The Canon Speedlite Series Review – Which Flash Suits Your Lifestyle

Canon Speedlite Series Review
2.4 GHz Wireless Radio TransmissionRotates Left & Right 180°High-Speed, 1st & 2nd Curtain Sync
Age of headlampHotshoe issuePrice
8.3Overall Score
Design8.3
Features7.6
Ease-of-use8.4
Value for money8.7
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At one time or another, every serious photographer has to face ‘the knife’ – buy a new flash to replace a broken or worn out one. A majority of photographers, however, often find this such a daunting task considering the zillions of flashes in the market today.

In the following review, I am going to be reviewing the Canon Speedlite series. Mostly because it has proven to cover almost all the essential needs of photography, ( by consensus i.e ). If anything, it cuts across all realms of users, from the beginners to the seasoned professionals.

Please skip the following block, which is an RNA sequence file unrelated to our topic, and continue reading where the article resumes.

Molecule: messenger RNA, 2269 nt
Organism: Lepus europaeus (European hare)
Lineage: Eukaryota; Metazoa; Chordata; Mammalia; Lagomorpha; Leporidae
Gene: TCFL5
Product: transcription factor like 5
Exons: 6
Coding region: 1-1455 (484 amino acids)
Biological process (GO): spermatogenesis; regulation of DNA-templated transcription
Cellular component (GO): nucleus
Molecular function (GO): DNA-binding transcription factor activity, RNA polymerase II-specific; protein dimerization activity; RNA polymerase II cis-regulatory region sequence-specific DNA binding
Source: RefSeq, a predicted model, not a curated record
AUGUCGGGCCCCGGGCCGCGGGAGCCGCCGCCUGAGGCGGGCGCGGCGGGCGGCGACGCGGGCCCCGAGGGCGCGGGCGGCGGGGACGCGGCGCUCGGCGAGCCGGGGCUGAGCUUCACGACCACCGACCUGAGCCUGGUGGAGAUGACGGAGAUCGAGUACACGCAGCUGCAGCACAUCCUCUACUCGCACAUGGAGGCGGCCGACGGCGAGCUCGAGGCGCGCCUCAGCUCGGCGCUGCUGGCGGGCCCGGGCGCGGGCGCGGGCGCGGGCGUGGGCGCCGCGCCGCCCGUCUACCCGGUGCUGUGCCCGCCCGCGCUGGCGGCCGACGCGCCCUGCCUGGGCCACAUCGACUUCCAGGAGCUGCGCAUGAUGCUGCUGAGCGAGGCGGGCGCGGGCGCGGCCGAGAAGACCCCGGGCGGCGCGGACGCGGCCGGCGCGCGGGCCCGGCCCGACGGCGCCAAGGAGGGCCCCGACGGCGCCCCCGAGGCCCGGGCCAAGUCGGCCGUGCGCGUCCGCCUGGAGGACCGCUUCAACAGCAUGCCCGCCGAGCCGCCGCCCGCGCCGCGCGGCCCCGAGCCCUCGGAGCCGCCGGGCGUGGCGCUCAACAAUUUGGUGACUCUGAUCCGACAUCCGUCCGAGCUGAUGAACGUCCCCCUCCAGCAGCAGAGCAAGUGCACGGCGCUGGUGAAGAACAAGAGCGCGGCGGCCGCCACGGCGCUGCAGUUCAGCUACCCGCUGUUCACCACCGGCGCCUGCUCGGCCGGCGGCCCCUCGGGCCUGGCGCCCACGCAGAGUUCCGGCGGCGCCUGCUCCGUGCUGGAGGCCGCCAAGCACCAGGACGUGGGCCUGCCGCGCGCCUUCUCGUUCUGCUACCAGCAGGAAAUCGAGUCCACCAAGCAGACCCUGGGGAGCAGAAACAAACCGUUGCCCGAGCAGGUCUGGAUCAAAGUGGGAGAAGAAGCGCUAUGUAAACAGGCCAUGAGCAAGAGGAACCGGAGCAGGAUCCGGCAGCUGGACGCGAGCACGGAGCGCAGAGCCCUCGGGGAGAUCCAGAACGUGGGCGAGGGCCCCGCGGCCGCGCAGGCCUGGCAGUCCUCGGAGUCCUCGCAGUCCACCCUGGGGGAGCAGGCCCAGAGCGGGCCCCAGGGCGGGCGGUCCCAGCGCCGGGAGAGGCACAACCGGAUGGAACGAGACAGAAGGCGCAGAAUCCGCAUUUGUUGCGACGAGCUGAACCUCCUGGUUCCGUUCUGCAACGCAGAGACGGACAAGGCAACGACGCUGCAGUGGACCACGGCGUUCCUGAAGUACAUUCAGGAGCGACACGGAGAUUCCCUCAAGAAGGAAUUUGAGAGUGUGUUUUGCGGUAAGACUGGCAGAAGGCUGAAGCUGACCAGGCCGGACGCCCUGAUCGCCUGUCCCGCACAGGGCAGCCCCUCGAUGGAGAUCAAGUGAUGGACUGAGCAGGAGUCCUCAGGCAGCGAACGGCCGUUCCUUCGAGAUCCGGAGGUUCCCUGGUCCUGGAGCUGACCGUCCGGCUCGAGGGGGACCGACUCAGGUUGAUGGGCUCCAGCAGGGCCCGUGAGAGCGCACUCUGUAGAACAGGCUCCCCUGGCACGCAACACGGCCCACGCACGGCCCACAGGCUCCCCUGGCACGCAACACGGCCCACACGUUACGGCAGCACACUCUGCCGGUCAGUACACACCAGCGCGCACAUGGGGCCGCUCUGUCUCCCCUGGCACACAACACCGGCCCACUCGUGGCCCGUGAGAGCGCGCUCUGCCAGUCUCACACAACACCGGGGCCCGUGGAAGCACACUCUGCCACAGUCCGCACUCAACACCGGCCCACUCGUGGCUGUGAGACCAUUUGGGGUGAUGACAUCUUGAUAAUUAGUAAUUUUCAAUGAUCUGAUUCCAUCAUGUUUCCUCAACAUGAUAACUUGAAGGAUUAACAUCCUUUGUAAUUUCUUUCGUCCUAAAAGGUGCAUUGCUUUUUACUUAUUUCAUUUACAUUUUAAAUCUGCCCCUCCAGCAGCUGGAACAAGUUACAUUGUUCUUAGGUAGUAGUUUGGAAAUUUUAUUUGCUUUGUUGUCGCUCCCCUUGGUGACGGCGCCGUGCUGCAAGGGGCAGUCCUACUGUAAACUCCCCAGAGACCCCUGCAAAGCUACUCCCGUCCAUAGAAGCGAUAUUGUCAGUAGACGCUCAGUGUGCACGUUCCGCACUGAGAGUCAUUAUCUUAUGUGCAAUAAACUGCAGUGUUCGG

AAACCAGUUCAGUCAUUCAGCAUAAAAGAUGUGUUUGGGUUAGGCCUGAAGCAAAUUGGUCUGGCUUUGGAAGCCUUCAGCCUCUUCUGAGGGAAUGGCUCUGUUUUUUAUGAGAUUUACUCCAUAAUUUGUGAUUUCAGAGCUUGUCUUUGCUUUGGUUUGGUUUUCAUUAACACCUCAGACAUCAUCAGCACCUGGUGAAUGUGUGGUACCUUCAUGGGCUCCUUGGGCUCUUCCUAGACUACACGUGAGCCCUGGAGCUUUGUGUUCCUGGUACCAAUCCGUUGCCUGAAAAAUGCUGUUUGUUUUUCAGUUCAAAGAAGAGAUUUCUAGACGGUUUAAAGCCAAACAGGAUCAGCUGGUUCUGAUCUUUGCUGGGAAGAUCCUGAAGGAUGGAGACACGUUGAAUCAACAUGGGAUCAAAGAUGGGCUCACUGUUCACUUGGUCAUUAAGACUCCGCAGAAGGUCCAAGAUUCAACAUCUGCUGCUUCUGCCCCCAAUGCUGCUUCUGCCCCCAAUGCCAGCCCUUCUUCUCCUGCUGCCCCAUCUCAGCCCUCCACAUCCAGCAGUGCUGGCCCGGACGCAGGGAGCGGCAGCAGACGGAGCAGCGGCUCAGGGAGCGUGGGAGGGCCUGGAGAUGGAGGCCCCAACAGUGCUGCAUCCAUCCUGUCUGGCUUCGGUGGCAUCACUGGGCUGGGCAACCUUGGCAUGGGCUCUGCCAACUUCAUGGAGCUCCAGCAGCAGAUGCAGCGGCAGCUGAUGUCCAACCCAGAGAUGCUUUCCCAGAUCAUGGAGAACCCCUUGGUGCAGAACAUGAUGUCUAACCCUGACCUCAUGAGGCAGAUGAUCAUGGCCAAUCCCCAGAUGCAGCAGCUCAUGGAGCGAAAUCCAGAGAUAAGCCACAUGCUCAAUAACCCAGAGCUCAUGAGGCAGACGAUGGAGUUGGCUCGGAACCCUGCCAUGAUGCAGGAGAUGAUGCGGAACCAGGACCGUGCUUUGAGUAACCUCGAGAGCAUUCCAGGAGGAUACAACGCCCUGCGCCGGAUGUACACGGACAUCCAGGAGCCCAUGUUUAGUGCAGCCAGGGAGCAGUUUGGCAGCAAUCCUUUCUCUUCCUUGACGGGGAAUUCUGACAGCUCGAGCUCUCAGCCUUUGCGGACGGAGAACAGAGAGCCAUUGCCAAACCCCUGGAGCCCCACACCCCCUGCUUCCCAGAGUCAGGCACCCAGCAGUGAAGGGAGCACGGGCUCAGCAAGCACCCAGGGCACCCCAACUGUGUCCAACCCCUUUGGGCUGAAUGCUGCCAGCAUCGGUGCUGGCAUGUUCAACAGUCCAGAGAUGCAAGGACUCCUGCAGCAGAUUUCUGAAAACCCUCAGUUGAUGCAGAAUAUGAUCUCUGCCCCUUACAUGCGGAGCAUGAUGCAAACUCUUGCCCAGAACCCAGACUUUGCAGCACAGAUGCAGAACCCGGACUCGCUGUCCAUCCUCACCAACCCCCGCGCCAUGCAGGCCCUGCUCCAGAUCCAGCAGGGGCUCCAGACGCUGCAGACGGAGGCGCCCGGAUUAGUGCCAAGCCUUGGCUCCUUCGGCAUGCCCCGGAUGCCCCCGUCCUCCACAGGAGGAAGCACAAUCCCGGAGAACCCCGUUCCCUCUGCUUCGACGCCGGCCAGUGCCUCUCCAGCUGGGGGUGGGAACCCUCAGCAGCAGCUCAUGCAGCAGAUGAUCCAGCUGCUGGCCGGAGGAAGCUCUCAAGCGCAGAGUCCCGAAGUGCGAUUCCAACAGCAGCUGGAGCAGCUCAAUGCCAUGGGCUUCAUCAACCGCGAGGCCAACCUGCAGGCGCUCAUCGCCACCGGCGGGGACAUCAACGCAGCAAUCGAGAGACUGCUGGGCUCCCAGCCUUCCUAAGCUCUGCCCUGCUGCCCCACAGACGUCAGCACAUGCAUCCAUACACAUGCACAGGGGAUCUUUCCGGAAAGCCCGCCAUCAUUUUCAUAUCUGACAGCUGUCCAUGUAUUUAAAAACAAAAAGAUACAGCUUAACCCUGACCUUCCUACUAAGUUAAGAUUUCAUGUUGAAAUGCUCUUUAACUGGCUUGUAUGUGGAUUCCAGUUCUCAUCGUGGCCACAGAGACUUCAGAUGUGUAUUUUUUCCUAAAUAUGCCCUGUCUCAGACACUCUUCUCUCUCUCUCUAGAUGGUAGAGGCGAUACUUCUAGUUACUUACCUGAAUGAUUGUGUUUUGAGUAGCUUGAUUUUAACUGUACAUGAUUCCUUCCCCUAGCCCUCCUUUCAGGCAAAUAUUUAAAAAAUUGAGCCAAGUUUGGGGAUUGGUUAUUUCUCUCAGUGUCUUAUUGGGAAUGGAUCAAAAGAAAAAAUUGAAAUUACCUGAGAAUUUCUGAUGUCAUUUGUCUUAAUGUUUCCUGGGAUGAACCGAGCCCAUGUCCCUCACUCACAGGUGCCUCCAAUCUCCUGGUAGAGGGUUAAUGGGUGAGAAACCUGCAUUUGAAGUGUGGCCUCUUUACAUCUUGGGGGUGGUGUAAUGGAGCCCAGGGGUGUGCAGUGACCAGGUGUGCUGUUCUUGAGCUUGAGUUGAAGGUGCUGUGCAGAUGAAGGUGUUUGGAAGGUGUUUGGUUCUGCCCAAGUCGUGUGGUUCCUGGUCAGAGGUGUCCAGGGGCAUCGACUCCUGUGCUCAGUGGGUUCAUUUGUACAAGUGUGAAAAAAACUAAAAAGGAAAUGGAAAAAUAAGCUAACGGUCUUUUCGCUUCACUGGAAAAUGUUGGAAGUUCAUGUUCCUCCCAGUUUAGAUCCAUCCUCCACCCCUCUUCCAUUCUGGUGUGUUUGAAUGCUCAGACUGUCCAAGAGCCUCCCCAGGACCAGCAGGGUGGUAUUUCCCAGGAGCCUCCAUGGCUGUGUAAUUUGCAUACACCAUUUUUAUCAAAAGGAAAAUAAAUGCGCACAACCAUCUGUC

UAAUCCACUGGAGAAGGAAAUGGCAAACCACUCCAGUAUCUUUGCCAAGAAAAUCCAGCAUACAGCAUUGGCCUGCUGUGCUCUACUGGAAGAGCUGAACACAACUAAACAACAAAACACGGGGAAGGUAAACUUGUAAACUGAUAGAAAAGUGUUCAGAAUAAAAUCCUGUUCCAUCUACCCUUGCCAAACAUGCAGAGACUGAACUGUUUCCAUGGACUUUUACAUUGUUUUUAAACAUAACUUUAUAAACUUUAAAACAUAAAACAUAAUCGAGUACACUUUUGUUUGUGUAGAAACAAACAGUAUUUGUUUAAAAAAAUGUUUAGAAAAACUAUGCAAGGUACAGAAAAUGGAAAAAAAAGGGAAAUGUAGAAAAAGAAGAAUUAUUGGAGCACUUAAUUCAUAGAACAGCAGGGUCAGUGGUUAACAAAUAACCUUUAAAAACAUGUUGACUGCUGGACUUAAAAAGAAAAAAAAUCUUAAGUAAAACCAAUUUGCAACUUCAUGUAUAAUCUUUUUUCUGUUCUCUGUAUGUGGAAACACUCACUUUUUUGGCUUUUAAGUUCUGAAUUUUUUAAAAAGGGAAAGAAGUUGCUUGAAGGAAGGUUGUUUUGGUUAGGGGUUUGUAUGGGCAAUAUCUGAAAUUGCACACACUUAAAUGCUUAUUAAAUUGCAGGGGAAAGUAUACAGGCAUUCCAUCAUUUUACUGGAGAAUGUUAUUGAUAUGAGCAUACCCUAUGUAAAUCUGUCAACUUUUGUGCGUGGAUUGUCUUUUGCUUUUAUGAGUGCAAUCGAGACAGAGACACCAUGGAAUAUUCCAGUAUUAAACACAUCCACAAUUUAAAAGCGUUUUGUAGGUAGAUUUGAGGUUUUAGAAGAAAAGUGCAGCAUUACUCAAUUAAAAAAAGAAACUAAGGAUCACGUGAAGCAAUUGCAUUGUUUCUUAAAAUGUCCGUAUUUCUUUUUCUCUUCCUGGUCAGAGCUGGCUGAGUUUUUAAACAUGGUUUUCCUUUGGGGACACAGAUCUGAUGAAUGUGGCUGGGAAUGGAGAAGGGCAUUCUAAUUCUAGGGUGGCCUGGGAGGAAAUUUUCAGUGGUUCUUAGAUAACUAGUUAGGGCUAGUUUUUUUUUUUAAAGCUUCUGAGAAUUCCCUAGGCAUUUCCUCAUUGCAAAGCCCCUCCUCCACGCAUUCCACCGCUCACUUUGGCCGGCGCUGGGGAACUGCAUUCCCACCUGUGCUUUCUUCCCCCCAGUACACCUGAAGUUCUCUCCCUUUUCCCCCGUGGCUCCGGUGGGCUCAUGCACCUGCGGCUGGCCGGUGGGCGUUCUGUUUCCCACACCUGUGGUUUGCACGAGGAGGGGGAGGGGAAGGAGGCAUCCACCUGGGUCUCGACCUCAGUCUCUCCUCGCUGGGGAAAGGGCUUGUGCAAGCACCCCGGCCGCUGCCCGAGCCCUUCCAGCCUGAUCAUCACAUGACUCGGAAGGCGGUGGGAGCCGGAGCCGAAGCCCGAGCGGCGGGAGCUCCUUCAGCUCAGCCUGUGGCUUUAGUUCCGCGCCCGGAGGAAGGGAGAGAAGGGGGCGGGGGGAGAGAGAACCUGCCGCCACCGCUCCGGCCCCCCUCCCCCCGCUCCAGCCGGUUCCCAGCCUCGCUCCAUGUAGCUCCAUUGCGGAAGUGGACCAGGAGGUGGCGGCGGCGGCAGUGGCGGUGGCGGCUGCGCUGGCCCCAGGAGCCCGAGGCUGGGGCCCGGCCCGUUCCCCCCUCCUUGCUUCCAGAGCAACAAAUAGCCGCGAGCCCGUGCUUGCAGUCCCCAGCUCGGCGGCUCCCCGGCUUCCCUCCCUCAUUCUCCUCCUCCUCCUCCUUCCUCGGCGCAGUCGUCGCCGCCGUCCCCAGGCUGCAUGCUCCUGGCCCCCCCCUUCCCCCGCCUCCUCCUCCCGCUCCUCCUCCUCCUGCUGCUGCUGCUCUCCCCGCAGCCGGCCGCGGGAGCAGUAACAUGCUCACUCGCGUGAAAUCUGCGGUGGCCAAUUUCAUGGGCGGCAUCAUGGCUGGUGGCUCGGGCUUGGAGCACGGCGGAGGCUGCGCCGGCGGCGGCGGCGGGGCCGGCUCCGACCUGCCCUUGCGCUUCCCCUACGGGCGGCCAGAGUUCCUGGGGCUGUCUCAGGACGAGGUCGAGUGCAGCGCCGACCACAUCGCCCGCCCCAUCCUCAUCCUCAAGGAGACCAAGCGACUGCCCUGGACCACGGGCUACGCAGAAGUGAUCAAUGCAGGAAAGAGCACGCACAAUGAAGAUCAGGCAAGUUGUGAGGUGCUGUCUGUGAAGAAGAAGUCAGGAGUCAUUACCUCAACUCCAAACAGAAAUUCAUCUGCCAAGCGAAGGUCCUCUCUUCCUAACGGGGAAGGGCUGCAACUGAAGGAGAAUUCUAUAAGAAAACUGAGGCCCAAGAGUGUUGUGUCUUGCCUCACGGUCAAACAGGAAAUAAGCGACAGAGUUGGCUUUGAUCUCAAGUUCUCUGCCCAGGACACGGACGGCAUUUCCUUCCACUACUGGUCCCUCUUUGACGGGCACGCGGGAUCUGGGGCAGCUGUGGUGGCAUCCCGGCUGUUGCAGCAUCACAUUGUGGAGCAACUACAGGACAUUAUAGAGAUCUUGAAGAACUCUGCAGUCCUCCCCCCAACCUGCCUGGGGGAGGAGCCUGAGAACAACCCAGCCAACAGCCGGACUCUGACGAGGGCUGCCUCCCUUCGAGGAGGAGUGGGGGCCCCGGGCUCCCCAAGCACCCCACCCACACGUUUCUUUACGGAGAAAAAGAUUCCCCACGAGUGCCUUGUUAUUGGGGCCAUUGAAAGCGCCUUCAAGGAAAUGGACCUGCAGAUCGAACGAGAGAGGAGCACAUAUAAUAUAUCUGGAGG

Read on and find out which flash in the Canon Speedlite series you should go for that best matches your requirements.

SPEEDLITE 270EX II

SPEEDLITE 270EX IILet’s begin by looking at the cheapest flash in the range, the Speedlite 270EX II. This flash is more like the “mini” version of the advanced flashes, and it lacks a couple of important functions. For instance, instead of having an infrared focus-assisting beam for when you want to capture photos in the dark, it has that irritating strobe thing that photographers don’t like. It also lacks the ability to turn round from left to right, as it only tilts upwards and downwards. Moreover, there is no manual power setting, which means that it is incompatible with 3rd party radio triggers.

Even with the limitations mentioned above, there are certain situations where it is recommended to use the 270EX II: